Another thought is what this means for dunnhumby. After all, shouldn’t the shopper data analyzed be the service offered to Kroger to determine the best way to engage the customer? Or maybe the numbers just said to go out and buy a meal solutions company and partner with a last-mile delivery solution…

Tony Orlando
Guest

This is an easy way for mega-companies to stay on the cutting edge, by purchasing a home meal kit business. It is simply a better investment for Kroger to allow Home Chef to provide the service and place instant displays inside their stores very soon. Walmart has been buying companies for years and Kroger is following in their footsteps. Trader Joe’s may be next, with their all-organic meal kits to satisfy the higher-end foodies, and Starbucks probably will have complete breakfast kits to go. Until this trend slows down (which will be in the near future) it should be a profitable add-on for the more affluent areas.

Andrew Blatherwick
BrainTrust
The increase of meal kits reflects the drive for convenience and speed, much like shopping online rather than wandering around a store. People are increasingly looking for convenience and to remove the burden of “what to cook tonight.” There is also another element to this trend — it gives the retailer a chance to get customers to try new things, include new ideas and then drive repeat purchase of these items in-store. Allowing customers to be more adventurous without the risk of failure can add value to the retail experience and customer loyalty, and also lead to additional sales of higher margin none-core items, provided the retailer thinks that way and looks at their marketing, in-store display, inventory and signage. If coordinated properly this can be powerful. Grocery shopping is not seen as enjoyable and anything a grocer can do to add some fun back into the process is good news. By buying Home Chef, Kroger can short circuit the process and lead in this area. They must ensure that they make the most out… Read more »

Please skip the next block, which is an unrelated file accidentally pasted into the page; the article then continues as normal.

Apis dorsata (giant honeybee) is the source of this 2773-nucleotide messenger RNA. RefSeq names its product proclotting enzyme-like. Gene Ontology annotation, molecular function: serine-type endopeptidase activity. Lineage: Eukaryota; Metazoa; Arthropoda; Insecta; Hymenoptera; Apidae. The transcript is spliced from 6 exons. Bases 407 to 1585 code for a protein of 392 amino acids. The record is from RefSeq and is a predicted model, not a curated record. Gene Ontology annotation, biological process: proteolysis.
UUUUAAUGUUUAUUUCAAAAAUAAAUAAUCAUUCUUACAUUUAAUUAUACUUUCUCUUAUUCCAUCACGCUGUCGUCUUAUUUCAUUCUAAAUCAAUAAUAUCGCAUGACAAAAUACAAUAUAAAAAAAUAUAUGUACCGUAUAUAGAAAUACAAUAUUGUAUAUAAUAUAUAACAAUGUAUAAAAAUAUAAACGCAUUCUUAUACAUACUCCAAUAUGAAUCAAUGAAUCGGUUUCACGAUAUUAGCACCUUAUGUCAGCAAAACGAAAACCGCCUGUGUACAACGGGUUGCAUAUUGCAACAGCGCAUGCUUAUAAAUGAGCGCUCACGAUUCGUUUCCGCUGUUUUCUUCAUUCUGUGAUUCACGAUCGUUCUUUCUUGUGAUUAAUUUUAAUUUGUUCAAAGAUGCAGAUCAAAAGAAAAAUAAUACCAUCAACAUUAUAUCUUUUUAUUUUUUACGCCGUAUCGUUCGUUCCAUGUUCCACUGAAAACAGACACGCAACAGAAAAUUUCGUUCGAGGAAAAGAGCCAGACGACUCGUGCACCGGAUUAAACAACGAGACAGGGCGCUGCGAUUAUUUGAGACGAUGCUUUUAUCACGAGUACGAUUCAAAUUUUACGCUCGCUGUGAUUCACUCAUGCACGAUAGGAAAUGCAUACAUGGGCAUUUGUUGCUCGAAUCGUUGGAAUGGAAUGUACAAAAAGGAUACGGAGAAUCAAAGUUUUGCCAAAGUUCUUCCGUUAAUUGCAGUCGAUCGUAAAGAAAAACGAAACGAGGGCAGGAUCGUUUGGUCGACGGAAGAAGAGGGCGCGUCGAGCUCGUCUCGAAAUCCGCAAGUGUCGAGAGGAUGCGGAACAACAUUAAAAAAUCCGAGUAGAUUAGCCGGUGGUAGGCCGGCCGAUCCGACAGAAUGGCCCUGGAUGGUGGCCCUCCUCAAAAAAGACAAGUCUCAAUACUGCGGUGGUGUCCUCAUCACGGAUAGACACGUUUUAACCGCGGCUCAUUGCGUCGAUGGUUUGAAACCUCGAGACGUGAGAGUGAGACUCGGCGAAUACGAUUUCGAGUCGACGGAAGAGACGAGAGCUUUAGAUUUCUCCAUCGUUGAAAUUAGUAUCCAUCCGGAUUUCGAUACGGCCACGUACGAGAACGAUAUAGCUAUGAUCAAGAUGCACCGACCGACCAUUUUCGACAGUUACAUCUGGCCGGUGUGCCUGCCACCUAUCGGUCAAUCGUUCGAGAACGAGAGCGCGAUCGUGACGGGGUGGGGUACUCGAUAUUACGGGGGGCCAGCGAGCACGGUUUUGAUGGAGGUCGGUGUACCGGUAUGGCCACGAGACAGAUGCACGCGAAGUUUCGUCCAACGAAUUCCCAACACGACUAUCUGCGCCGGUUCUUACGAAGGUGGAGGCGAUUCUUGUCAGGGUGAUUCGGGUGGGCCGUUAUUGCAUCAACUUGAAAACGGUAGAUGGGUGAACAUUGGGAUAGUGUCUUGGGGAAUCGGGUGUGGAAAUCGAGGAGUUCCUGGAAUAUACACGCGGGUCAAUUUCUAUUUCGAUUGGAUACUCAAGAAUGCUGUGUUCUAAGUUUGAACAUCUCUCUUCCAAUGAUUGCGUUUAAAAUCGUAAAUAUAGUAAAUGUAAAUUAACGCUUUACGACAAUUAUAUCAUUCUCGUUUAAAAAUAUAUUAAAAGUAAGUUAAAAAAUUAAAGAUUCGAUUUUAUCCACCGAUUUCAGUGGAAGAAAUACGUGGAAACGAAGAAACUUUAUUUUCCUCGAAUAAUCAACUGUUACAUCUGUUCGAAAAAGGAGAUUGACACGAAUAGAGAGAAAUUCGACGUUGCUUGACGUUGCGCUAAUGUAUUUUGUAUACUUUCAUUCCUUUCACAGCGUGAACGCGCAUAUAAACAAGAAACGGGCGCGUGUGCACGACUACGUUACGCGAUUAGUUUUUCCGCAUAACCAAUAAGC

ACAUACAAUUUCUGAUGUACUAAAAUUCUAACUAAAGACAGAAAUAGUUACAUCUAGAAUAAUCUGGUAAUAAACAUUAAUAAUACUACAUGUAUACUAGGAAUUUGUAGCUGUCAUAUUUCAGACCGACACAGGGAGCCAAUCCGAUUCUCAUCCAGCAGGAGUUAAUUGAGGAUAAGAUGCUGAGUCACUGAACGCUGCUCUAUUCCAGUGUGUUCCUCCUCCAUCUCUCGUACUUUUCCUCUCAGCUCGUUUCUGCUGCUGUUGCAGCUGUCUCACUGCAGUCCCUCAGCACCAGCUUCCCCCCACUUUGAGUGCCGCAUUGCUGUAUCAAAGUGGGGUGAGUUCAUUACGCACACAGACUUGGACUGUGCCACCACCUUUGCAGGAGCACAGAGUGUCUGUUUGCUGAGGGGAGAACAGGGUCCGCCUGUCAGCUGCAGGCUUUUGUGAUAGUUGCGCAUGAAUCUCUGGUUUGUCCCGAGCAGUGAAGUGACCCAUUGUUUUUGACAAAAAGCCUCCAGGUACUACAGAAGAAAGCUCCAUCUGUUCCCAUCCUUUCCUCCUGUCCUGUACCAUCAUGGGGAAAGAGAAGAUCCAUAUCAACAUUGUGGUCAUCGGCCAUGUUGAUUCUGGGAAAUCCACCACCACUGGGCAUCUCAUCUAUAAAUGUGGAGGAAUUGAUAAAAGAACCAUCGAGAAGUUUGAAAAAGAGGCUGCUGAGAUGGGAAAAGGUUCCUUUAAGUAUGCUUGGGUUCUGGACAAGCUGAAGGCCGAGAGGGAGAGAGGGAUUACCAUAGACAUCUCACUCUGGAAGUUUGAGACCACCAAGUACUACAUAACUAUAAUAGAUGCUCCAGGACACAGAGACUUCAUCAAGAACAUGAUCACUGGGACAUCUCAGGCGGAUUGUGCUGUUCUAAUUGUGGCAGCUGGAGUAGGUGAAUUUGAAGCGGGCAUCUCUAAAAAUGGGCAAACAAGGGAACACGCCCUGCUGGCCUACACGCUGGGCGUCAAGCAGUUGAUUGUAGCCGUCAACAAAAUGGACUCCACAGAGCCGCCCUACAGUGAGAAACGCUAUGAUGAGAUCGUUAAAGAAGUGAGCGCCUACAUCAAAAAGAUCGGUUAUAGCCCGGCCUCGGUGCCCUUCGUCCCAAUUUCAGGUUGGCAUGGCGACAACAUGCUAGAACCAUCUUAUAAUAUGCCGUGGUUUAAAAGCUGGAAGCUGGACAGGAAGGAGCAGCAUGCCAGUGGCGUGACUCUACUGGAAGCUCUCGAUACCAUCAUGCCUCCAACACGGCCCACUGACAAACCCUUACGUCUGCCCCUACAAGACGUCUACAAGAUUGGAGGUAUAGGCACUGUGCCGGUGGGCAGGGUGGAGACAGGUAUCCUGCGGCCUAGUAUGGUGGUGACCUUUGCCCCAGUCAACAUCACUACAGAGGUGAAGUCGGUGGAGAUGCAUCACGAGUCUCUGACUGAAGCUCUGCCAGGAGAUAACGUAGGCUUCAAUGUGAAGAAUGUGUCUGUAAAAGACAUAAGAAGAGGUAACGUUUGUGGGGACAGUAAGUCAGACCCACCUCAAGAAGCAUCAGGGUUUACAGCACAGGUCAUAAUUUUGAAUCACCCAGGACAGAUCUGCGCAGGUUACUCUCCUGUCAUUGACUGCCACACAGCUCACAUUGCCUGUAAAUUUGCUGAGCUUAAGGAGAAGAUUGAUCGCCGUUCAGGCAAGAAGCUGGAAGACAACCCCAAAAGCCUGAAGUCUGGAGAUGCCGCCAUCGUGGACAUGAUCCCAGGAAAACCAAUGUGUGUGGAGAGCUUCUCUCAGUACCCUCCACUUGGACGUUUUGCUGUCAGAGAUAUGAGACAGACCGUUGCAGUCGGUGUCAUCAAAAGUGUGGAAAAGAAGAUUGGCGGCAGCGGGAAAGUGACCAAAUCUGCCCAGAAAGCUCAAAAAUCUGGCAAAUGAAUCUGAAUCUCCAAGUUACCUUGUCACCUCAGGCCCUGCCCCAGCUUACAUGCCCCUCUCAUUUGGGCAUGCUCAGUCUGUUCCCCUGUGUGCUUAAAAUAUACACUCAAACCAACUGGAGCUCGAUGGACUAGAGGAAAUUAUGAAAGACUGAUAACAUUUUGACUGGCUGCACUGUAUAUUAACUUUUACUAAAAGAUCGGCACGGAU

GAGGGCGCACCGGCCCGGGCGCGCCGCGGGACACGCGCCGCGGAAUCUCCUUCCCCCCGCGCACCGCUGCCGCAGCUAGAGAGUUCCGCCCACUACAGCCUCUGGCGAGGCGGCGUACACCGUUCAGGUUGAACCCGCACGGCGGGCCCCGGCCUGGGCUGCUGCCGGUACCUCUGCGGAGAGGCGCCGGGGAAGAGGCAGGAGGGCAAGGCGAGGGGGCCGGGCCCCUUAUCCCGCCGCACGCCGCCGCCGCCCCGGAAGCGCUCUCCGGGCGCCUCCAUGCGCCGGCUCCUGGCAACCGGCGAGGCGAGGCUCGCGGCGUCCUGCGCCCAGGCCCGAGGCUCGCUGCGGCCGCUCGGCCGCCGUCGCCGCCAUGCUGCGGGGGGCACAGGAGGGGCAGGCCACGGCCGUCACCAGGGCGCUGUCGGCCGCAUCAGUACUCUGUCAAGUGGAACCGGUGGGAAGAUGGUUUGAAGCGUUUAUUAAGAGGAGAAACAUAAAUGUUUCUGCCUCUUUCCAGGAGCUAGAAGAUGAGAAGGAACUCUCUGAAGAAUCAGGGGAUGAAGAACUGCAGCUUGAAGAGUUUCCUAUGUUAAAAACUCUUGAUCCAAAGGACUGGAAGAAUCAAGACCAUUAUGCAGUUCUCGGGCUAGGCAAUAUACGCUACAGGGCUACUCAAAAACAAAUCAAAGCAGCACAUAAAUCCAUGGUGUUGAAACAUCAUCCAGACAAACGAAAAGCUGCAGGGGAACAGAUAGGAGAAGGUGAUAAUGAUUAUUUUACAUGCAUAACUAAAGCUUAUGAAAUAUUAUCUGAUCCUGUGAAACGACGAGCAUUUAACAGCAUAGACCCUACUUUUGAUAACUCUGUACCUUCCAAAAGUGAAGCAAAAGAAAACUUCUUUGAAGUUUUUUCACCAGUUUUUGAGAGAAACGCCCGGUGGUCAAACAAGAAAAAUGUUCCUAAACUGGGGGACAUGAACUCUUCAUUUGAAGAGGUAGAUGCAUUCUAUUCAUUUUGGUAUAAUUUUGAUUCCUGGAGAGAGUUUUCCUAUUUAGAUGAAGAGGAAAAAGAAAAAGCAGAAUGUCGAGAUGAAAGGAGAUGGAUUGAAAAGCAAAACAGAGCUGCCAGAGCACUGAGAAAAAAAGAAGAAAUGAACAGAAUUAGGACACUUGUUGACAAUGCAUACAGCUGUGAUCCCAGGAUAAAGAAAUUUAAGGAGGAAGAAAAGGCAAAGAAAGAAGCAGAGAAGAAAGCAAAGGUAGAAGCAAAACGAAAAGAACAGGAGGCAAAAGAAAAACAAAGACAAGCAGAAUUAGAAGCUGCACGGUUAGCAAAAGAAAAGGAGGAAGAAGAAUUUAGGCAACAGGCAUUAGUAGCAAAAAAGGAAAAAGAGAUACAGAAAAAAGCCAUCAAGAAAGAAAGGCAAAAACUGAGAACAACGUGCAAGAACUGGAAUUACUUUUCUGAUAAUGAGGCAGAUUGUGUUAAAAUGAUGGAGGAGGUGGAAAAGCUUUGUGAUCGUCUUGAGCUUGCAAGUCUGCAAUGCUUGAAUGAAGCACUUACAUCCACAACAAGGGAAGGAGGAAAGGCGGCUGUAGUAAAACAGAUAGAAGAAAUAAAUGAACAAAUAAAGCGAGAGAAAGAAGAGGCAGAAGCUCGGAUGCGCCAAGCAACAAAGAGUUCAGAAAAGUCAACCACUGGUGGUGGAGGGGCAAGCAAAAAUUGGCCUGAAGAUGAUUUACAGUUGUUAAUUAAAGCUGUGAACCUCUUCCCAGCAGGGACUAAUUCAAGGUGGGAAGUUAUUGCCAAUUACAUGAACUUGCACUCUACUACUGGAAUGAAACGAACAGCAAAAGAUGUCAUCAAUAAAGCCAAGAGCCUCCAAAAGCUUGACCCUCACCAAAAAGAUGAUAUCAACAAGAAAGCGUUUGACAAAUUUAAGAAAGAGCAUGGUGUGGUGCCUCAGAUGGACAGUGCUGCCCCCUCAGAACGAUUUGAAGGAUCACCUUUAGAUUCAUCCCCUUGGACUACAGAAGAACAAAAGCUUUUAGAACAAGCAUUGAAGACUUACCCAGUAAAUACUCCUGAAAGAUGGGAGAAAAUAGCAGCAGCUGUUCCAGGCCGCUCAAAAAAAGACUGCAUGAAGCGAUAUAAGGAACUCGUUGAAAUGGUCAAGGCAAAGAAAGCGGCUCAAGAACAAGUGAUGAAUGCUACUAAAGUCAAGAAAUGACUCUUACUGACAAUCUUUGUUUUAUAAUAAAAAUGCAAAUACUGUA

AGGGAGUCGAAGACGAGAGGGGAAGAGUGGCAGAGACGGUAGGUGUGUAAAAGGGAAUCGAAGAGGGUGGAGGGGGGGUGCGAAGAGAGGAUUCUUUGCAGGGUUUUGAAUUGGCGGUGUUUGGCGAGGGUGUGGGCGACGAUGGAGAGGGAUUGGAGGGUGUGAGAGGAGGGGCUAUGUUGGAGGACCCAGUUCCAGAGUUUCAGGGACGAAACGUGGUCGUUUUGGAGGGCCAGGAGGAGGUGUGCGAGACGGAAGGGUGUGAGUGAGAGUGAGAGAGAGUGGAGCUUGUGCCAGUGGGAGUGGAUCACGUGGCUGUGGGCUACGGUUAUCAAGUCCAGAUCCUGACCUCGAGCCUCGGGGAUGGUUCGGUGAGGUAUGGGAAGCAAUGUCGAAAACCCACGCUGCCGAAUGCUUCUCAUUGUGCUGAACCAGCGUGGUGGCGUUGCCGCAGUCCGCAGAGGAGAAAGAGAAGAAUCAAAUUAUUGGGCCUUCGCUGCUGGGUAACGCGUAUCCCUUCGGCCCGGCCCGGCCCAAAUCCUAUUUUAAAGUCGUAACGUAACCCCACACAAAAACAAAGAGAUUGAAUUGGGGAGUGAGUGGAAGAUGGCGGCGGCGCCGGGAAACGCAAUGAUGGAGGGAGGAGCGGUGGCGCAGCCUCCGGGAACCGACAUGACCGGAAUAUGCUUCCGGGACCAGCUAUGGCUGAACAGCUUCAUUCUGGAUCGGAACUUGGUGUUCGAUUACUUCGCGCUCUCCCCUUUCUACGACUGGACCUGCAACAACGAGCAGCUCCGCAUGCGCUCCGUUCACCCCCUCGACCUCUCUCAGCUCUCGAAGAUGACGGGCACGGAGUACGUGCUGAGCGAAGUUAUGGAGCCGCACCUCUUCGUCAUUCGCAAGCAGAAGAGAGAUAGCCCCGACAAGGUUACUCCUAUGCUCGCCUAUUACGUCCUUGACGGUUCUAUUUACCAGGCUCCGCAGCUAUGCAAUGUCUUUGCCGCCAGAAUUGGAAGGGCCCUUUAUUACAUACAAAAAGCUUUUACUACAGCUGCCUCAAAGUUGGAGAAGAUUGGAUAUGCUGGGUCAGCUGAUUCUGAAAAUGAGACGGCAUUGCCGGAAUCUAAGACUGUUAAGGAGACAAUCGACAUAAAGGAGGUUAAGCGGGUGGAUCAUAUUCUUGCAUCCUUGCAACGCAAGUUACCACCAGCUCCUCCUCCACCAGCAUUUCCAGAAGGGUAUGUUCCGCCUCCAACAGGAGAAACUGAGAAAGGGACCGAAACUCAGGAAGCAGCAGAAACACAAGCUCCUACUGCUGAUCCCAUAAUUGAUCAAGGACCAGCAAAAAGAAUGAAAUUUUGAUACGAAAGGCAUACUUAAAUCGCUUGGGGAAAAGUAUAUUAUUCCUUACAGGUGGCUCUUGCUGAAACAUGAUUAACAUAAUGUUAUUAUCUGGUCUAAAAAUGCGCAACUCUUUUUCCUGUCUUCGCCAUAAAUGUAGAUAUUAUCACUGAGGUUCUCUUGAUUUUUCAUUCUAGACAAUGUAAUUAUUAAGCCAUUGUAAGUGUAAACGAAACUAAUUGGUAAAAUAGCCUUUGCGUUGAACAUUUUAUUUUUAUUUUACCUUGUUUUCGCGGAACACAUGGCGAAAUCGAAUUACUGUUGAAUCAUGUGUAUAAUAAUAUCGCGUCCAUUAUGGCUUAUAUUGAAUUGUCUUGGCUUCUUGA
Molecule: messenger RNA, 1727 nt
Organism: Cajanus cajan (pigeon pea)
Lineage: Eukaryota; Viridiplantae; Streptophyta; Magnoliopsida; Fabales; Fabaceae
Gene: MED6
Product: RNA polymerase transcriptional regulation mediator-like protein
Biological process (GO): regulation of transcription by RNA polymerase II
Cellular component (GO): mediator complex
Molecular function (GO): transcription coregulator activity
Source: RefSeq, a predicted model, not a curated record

Richard J. George, Ph.D.
BrainTrust